The majority of existing dissolved oxygen analyzers use amperometric sensors. While these are renowned for their accuracy and reliability, issues encountered by users include maintenance complexity and frequency, in addition to flow dependence and calibration needs.
In more complex applications, amperometric sensors suffer from interference when measuring in the presence of high levels of hydrogen—this often results in negative readings and an unreliable measurement method. Since 2006, luminescence technology has been used in power plants. This sensor showed significant reductions in maintenance complexity and frequency but was limited by its accuracy with use generally confined to oxygenated treatment (OT) environments.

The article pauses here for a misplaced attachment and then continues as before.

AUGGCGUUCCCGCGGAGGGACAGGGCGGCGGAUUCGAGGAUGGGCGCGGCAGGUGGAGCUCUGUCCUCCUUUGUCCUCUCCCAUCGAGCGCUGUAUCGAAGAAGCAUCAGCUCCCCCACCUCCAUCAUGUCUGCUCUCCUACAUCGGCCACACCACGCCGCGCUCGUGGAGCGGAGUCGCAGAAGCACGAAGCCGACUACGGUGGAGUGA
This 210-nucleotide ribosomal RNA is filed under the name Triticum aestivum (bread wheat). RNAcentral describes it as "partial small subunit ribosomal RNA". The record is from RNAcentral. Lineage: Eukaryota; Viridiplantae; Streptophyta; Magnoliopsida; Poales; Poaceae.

In 2009, the first luminescent oxygen sensor with sub‐ppb accuracy for use in power plants was launched. In this paper, we will compare and discuss the performance of both optical and amperometric oxygen sensors in both fossil and nuclear power plant applications.